- Tous > Medicine Access and Rational Use > Better Medicines for Children
- Tous > Medicine Access and Rational Use > Supply Management
- Mots-clés > access to maternal/RH medicines
- Mots-clés > data collection
- Mots-clés > estimating unmet needs - essential maternal health medicines
- Mots-clés > maternal, newborn, and child health commodities
- Mots-clés > needs assessment
- Mots-clés > quantification of commodities
- Mots-clés > supply management
- Mots-clés > women's health and child
(2014; 53 pages) [French]
Maheen Malik, Beth Yeager. 2013. Estimation of Unmet Medical Need for Essential Maternal Health Medicines. Submitted to the US Agency for International Development by the Systems for Improved Access to Pharmaceuticals and Services (SIAPS) Program. Arlington, VA: Management Sciences for Health.
Despite momentous efforts and investments made at both the global and national levels by international and local stakeholders to reduce maternal mortality, a substantial number of countries are not on target to meet Millennium Development Goal (MDG) 5. Increasing access to and use of essential commodities for maternal health have recently gained attention as key concerns of several international initiatives. The United Nations (UN) Commission on Life-Saving Commodities for Women and Children acknowledges supply and demand challenges as among the main barriers to access and use of these life-saving commodities. A basic step in improving access to these commodities is making sure they are available where and when women need them. To do so requires proper supply planning, which for various reasons has been a challenge for essential maternal medicines, such as their use for multiple indications and the lack of both morbidity and true consumption data on which to base quantification.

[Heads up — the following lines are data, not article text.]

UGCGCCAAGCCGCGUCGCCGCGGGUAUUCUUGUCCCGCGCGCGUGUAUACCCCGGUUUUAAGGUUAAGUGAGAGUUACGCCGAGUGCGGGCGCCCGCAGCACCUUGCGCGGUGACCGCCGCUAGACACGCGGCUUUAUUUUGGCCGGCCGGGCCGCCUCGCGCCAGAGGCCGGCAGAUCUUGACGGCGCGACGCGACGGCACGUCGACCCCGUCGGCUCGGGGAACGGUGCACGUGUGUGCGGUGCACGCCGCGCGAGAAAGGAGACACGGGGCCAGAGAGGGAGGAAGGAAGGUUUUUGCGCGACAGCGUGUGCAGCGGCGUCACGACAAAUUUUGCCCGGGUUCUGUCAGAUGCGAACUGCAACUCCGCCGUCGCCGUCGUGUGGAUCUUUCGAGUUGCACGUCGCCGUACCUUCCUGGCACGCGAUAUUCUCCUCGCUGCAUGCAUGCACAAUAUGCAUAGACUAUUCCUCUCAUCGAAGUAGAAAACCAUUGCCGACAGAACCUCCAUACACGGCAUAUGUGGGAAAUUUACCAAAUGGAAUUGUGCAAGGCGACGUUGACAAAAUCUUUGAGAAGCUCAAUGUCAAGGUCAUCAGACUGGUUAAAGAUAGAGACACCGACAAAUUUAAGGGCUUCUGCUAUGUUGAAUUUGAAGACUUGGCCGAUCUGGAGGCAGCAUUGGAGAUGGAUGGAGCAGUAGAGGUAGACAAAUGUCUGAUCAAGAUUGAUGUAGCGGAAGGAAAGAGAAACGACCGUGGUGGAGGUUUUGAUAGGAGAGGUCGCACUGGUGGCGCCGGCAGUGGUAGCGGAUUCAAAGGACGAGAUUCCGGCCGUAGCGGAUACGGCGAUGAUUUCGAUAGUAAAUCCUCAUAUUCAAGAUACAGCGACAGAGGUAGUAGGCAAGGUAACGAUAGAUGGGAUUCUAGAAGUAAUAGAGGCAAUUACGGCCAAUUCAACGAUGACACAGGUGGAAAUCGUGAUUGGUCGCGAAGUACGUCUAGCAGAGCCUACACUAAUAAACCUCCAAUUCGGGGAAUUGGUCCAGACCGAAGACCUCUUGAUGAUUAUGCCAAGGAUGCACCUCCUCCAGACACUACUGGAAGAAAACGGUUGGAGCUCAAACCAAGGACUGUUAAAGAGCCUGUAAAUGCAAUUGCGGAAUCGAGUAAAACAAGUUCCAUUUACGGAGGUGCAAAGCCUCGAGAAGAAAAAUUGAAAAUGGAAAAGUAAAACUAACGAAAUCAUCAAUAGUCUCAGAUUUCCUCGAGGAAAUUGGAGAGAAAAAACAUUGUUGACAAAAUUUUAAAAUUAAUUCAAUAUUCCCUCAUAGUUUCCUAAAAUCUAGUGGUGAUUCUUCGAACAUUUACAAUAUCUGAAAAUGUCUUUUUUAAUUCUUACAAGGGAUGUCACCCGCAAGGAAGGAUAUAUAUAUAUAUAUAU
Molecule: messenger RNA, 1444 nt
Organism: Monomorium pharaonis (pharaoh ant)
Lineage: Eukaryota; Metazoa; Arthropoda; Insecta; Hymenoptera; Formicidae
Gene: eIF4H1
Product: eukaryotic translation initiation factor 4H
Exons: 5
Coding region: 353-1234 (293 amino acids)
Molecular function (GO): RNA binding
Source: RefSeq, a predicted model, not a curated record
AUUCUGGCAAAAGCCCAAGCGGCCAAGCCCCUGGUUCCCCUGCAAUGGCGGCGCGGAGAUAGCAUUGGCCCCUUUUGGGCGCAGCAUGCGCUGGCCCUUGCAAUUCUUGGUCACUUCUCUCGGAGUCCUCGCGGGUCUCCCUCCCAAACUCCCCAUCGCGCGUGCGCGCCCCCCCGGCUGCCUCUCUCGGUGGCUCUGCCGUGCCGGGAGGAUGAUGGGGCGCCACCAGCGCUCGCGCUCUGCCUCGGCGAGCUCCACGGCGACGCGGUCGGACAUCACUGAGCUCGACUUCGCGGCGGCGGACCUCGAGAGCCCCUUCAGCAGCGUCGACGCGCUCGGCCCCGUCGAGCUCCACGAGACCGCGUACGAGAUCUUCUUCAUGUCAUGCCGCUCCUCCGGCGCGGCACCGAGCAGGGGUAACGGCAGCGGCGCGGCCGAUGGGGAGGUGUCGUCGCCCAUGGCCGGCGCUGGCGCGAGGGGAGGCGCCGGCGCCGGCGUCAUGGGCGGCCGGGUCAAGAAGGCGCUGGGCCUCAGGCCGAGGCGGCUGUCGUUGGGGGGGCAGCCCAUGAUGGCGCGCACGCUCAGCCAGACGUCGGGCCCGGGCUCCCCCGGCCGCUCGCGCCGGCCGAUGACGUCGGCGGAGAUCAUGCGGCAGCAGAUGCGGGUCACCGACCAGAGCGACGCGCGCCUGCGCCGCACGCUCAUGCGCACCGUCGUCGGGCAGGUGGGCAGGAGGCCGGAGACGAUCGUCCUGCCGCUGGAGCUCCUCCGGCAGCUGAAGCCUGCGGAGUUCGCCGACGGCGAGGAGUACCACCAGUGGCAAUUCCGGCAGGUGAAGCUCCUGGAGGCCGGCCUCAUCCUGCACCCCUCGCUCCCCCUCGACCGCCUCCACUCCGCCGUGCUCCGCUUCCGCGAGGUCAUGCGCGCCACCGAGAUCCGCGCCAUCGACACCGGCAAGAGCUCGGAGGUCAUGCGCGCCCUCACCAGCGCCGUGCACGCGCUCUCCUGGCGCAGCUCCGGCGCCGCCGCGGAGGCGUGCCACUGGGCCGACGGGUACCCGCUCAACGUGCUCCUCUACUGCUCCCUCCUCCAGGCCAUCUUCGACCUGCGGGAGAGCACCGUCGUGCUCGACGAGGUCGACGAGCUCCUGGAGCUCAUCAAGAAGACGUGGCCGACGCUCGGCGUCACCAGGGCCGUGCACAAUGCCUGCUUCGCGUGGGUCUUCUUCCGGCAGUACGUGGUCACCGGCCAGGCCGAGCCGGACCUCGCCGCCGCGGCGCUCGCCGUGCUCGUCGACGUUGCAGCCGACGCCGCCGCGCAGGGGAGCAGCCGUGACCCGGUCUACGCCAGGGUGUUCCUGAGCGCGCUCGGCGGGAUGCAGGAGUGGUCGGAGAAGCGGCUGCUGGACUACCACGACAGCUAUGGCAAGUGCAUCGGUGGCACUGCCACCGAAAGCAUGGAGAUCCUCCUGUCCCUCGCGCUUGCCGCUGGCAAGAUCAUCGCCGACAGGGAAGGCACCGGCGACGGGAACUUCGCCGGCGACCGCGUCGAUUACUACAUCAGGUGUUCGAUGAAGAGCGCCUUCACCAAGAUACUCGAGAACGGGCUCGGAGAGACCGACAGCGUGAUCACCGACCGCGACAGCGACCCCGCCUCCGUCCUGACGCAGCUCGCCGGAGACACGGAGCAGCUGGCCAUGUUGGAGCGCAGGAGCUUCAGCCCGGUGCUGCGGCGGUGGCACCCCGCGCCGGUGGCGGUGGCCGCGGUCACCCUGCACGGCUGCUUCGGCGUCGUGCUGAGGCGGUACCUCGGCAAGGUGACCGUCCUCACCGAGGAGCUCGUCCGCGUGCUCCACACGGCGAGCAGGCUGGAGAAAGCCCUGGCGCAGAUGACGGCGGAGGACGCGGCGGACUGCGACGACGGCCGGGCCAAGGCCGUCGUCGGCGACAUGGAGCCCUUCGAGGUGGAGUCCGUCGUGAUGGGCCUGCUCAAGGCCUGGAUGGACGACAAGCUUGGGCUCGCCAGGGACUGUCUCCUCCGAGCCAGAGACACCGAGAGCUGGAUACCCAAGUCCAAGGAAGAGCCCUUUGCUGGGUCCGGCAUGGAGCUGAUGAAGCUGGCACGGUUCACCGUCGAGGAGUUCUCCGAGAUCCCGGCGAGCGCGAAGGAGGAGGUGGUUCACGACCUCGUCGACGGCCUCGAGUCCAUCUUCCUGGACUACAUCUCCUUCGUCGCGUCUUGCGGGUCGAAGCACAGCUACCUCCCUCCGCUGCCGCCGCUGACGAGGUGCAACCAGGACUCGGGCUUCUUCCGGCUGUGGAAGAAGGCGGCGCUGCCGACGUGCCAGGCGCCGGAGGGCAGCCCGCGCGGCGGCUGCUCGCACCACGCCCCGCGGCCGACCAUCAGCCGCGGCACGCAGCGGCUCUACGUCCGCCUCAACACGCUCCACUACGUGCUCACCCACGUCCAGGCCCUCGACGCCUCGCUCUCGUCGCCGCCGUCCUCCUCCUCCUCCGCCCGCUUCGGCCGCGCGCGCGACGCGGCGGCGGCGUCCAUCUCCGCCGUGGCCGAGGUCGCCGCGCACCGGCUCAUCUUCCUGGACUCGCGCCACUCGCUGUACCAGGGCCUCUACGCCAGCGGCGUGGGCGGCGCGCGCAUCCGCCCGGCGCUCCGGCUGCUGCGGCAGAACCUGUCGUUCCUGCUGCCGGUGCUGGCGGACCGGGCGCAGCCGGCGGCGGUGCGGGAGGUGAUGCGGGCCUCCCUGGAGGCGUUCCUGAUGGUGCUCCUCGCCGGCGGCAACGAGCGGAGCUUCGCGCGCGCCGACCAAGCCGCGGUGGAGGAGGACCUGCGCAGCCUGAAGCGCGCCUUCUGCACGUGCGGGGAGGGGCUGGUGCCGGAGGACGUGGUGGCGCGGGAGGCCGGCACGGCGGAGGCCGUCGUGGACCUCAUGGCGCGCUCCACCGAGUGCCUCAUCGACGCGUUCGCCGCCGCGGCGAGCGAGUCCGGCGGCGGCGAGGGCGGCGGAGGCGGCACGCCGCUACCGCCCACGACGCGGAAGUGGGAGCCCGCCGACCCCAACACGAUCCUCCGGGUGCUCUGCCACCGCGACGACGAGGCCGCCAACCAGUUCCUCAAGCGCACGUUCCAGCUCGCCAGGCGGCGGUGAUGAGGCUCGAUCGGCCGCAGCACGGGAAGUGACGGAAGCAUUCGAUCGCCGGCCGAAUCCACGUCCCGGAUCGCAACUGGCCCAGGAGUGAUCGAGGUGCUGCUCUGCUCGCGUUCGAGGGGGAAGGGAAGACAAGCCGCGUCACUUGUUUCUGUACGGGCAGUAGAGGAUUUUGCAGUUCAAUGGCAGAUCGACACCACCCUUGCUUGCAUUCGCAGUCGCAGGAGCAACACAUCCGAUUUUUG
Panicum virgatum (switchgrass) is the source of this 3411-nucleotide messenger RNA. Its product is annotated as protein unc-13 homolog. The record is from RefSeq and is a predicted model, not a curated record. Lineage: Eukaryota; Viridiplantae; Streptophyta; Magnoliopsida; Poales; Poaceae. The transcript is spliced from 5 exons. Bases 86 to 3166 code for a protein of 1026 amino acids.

The purpose of this document is to present an approach that will allow national program managers and other key stakeholders to assess a country’s theoretical need for the three overlooked life-saving maternal health commodities (i.e., oxytocin, magnesium sulfate, and misoprostol) and compare this with actual procurement data...